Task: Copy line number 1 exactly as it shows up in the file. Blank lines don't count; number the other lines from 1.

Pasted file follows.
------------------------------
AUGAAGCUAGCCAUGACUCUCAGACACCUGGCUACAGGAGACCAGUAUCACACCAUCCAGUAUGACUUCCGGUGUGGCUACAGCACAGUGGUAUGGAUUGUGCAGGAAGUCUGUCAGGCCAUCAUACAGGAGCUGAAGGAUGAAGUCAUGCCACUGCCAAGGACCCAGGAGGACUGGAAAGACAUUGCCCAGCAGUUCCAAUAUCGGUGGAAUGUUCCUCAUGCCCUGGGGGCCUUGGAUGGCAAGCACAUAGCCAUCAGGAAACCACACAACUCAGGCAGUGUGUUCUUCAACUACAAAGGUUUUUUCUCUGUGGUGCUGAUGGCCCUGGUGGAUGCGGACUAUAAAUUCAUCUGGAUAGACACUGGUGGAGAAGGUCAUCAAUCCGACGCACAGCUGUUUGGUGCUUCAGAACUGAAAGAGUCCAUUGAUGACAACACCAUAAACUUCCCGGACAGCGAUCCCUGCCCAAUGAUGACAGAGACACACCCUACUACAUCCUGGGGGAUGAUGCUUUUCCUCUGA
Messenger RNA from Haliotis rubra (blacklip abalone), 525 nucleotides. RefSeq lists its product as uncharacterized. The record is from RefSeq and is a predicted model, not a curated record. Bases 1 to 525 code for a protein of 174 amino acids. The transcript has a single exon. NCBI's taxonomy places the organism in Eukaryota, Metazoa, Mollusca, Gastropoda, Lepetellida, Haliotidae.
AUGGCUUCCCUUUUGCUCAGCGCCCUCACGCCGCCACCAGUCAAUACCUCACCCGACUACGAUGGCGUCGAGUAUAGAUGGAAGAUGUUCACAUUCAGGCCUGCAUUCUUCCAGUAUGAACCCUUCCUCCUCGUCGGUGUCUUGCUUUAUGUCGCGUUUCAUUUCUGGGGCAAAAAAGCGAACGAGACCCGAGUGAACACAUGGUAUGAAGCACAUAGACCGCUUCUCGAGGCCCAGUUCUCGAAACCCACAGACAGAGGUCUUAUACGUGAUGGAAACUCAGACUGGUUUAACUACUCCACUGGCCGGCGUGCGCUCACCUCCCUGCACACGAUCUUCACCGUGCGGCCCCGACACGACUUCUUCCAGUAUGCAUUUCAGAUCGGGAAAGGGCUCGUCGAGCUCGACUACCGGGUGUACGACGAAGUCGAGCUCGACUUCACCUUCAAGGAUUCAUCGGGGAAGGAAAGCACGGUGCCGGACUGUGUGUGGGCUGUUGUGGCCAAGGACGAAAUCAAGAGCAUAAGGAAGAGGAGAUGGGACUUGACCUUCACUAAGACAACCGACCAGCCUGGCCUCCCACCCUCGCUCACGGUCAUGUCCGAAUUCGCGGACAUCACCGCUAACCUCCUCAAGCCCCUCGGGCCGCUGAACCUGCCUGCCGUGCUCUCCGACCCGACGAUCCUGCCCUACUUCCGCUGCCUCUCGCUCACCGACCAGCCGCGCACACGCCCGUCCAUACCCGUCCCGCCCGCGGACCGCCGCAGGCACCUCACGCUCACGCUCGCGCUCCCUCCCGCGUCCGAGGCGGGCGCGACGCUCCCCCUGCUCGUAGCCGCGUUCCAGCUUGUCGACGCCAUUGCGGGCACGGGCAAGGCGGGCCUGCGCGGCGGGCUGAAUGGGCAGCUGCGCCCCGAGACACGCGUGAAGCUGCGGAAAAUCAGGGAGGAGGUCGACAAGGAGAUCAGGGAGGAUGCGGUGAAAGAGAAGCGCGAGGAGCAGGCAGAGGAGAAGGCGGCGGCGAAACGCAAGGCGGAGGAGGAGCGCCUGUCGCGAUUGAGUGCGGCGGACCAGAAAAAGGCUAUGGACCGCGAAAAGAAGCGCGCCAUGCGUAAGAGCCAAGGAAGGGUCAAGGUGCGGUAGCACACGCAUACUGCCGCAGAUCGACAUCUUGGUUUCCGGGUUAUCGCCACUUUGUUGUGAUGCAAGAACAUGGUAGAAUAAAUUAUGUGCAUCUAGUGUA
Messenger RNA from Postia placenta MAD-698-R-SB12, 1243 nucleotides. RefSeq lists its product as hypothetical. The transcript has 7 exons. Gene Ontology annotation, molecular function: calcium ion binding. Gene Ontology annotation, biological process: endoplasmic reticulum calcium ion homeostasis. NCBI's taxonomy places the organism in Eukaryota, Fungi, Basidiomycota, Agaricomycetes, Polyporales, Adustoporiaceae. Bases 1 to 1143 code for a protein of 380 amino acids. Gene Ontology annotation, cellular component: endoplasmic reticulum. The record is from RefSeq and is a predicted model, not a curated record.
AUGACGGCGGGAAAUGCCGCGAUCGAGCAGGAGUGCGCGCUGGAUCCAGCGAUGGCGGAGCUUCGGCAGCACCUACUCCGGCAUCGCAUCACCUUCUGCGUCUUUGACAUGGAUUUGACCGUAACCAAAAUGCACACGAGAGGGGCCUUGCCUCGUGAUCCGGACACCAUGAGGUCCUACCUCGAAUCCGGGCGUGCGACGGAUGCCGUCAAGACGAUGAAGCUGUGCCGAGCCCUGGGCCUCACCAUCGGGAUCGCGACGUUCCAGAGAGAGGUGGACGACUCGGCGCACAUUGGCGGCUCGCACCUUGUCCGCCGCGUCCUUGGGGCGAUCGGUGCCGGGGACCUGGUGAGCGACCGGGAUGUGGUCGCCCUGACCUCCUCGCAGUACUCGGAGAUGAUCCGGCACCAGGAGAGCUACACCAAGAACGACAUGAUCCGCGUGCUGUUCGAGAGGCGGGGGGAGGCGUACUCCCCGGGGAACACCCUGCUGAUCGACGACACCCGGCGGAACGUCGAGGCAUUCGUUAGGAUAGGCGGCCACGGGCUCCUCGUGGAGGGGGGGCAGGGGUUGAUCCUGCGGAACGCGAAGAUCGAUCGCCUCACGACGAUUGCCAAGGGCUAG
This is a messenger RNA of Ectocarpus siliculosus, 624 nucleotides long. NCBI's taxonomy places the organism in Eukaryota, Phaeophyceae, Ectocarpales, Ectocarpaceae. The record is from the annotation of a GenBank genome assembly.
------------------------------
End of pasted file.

AUGAAGCUAGCCAUGACUCUCAGACACCUGGCUACAGGAGACCAGUAUCACACCAUCCAGUAUGACUUCCGGUGUGGCUACAGCACAGUGGUAUGGAUUGUGCAGGAAGUCUGUCAGGCCAUCAUACAGGAGCUGAAGGAUGAAGUCAUGCCACUGCCAAGGACCCAGGAGGACUGGAAAGACAUUGCCCAGCAGUUCCAAUAUCGGUGGAAUGUUCCUCAUGCCCUGGGGGCCUUGGAUGGCAAGCACAUAGCCAUCAGGAAACCACACAACUCAGGCAGUGUGUUCUUCAACUACAAAGGUUUUUUCUCUGUGGUGCUGAUGGCCCUGGUGGAUGCGGACUAUAAAUUCAUCUGGAUAGACACUGGUGGAGAAGGUCAUCAAUCCGACGCACAGCUGUUUGGUGCUUCAGAACUGAAAGAGUCCAUUGAUGACAACACCAUAAACUUCCCGGACAGCGAUCCCUGCCCAAUGAUGACAGAGACACACCCUACUACAUCCUGGGGGAUGAUGCUUUUCCUCUGA